HC order opens Pandora’s box in higher education sector

The High Court order to quash the appointments of 58 teachers in Kerala University has opened a Pandora’s box in the higher education sector. The judgement is feared to pave the way for the annulment of numerous appointments made in at least five State universities since 2014.

The court’s single-bench order has also put a question mark on the legal validity of the University Laws (Second Amendment) Act, 2014 passed by the State Assembly, which formed the basis of the appointments made in 2017.

Like many others across the country, the university had abandoned the practice of applying separate communal rotation for each category of teaching posts in each department. Instead, teaching posts were pooled category-wise by treating all the departments as a single unit. Other universities, including Kannur, Calicut, Mahatma Gandhi Universities, Sree Sankaracharya University of Sanskrit and National University of Advanced Legal Studies, have all been following the procedure since 2014.

While notifying 105 teaching posts in 2017, Kerala University had also implemented the 3% reservation approved by the government for Persons with Disabilities (PWD).

Significant fall

Official sources pointed out that while the manner in which the appointments were conducted ensured 50% for the reserved sections, reverting to the process of considering teaching departments as separate units for fixing reserved posts would have led to a significant fall.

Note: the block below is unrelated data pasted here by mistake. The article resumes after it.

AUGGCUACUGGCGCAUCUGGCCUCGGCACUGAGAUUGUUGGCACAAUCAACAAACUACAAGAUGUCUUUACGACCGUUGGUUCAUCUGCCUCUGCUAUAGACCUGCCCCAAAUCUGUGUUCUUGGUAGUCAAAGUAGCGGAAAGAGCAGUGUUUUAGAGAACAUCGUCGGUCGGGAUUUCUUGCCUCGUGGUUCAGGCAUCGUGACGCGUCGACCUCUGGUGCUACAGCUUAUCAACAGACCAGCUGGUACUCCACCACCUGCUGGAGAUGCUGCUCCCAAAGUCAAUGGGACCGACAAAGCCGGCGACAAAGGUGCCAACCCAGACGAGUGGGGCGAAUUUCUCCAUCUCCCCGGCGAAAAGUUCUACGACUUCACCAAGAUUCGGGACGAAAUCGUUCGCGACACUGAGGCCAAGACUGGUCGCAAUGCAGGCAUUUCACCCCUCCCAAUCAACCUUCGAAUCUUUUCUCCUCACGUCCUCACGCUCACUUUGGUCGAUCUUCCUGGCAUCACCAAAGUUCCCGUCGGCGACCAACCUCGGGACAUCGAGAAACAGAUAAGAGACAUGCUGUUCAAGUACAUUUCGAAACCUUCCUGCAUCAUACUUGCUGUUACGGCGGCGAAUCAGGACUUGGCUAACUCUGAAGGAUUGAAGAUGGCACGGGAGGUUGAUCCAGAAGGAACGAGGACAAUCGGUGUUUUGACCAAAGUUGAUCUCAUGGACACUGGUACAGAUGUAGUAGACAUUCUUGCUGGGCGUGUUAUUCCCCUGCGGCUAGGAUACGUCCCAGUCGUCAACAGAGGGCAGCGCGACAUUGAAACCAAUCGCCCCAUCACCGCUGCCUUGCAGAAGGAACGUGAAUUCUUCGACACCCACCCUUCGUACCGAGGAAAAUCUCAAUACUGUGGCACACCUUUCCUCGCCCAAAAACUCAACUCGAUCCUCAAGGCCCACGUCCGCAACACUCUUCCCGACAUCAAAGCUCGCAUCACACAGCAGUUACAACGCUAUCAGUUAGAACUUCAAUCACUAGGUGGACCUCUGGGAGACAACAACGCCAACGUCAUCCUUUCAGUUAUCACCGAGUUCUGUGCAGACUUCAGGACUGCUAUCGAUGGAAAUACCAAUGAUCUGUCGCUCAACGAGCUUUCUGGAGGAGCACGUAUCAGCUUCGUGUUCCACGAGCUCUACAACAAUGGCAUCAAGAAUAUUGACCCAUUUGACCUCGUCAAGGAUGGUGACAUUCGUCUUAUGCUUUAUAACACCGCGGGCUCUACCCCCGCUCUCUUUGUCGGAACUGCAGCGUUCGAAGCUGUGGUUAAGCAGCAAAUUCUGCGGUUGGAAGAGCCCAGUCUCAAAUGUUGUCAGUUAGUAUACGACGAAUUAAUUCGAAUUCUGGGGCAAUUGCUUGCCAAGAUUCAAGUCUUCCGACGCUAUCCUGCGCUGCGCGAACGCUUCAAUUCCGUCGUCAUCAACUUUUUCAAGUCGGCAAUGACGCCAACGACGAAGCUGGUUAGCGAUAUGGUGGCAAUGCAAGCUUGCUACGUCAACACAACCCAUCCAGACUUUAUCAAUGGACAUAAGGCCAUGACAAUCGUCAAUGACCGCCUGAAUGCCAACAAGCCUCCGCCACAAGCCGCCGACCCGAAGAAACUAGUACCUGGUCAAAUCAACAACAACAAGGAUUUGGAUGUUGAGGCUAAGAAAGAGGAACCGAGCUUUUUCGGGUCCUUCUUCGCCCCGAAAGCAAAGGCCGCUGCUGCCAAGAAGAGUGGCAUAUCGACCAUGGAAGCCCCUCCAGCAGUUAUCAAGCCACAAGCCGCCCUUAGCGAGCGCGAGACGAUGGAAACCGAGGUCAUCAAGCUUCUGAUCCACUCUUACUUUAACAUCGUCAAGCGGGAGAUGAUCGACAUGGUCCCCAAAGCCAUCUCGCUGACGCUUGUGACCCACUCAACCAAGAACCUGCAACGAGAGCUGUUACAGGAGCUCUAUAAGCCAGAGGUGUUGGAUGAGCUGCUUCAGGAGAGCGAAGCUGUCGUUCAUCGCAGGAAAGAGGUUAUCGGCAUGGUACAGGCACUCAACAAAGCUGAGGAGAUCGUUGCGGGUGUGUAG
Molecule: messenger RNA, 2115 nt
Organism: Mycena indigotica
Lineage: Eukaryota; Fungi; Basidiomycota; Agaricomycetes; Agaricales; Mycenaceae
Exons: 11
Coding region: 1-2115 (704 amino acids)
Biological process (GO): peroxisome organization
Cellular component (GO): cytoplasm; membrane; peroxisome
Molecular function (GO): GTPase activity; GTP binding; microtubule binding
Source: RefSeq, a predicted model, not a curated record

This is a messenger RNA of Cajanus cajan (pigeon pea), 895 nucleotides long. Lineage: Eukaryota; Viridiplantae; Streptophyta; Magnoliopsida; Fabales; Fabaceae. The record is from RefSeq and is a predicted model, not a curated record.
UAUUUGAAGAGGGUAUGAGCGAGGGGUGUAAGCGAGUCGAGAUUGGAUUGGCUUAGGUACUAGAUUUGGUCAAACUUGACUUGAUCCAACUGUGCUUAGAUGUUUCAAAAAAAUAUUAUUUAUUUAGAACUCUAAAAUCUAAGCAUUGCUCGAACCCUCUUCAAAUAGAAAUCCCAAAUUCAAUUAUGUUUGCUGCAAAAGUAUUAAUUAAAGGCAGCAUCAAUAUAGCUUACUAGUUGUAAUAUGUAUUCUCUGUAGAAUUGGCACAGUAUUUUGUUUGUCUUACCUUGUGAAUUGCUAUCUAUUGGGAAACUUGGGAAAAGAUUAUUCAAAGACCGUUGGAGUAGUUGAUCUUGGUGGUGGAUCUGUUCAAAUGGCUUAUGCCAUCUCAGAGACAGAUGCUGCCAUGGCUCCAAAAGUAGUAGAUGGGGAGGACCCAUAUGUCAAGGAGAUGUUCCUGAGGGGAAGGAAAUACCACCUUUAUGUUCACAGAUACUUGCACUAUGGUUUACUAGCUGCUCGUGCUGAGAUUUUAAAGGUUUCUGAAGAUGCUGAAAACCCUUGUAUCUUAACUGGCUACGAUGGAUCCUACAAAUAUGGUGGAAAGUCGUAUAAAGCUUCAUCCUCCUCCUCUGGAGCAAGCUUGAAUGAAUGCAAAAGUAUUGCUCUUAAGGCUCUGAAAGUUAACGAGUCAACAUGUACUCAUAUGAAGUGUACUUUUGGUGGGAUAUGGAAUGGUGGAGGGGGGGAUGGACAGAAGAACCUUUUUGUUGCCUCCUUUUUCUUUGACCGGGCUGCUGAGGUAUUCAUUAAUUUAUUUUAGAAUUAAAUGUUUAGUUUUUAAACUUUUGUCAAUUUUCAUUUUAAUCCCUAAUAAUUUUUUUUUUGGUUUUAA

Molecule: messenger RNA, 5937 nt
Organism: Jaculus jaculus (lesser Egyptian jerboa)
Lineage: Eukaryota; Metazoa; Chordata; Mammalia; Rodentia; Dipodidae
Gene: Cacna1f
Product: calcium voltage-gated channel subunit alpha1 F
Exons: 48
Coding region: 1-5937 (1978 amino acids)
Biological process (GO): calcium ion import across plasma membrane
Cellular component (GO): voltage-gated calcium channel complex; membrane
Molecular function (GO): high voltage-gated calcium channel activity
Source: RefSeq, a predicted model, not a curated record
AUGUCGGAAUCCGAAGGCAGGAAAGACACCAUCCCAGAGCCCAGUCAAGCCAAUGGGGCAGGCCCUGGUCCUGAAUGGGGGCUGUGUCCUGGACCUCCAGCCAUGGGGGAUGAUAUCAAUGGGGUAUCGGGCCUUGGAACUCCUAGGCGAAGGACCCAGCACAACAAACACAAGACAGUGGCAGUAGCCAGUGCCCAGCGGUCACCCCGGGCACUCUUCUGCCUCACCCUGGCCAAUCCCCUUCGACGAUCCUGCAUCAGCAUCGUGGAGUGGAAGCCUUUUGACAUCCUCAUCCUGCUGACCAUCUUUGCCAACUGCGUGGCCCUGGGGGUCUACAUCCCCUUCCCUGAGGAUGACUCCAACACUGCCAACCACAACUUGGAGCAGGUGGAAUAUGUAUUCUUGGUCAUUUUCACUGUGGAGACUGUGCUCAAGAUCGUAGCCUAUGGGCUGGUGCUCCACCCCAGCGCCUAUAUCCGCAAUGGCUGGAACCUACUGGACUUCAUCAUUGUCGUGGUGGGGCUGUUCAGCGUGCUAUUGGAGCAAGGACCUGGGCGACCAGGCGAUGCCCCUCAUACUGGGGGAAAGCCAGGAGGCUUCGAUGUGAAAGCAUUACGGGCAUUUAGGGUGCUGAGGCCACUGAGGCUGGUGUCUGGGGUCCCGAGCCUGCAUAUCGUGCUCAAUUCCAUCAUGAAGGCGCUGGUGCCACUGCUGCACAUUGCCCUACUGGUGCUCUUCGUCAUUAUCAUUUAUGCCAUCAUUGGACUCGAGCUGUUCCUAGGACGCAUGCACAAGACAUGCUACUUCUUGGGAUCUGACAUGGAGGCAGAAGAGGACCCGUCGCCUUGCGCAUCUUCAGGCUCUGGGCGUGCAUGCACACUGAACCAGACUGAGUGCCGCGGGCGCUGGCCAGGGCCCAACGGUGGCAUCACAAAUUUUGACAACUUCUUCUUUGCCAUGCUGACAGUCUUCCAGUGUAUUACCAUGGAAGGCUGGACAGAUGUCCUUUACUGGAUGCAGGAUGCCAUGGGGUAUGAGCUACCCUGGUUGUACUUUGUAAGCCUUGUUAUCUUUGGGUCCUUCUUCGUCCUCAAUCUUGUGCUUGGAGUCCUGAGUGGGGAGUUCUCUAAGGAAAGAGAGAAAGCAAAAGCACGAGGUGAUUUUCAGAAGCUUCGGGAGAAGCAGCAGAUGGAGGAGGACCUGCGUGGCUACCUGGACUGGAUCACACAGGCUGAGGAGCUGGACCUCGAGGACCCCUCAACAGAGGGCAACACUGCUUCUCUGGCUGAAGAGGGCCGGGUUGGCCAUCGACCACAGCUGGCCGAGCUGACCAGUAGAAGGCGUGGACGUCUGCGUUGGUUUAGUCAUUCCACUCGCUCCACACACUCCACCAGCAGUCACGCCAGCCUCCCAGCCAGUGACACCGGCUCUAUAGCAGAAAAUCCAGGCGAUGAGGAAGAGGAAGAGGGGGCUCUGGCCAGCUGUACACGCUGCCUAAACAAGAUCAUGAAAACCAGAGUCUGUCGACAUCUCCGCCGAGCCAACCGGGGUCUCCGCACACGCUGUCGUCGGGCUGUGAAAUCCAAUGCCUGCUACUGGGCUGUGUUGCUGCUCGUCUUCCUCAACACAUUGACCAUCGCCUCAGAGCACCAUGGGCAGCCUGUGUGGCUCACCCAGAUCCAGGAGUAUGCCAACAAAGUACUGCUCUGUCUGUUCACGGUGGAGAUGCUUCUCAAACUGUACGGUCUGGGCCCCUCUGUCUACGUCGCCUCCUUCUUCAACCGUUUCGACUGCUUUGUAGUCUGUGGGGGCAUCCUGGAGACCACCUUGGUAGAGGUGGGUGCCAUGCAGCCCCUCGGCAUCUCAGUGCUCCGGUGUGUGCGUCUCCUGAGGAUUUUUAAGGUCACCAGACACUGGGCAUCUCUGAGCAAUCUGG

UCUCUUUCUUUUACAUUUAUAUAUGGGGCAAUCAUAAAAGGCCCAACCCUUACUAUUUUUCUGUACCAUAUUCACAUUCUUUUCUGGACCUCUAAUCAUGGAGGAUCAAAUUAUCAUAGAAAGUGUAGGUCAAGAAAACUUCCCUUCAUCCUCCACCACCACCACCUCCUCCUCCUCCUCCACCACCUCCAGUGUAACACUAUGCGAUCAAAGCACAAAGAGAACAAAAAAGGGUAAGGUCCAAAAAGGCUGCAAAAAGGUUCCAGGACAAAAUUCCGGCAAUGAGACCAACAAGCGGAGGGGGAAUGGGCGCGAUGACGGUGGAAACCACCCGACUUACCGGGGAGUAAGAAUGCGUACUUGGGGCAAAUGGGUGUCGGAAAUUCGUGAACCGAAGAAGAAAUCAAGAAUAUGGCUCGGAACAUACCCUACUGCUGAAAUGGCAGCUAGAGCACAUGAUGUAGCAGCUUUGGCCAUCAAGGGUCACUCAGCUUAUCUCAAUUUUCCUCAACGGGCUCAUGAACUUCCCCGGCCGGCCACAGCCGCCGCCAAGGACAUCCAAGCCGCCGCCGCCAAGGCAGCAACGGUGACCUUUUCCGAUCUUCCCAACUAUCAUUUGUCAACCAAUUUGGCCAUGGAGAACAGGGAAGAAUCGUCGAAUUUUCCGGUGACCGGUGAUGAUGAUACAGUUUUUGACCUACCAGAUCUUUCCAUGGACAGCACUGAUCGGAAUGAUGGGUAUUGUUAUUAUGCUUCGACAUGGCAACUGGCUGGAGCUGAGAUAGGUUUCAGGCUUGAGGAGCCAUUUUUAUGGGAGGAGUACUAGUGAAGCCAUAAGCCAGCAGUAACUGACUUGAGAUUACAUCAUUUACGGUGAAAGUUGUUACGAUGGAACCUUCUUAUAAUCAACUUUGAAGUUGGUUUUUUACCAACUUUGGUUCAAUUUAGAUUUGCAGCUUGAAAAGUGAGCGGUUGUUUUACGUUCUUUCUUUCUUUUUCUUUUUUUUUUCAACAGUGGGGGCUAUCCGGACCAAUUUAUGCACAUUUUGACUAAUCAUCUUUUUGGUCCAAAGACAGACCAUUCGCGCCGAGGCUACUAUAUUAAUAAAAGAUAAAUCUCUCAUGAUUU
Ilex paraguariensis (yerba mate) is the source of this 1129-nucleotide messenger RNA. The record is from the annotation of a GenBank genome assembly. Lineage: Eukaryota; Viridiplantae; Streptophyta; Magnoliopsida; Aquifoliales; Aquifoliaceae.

Applying the previous methodology, the number of ‘open’ (or general category) posts would have been 32 of the 44 Assistant Professor posts that were notified. Only 12 posts (27% of the total number) would have gone to the reserved sections. Likewise, department-wise rotation would have brought down reservation in the Professor and Associate Professor categories to 3% and 23% respectively.

Pointing out that an appeal will be filed against the single-bench verdict, Kerala University Vice-Chancellor V.P. Mahadevan Pillai said that the previous system of appointments could never have fostered social justice as the existing one.

“While many appointments could be made from reserved sections, these included two postings made from the PWD category, a first in the university’s history since its inception in 1937,” Dr. Pillai said.

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Printable version | Jun 20, 2021 10:34:25 AM |

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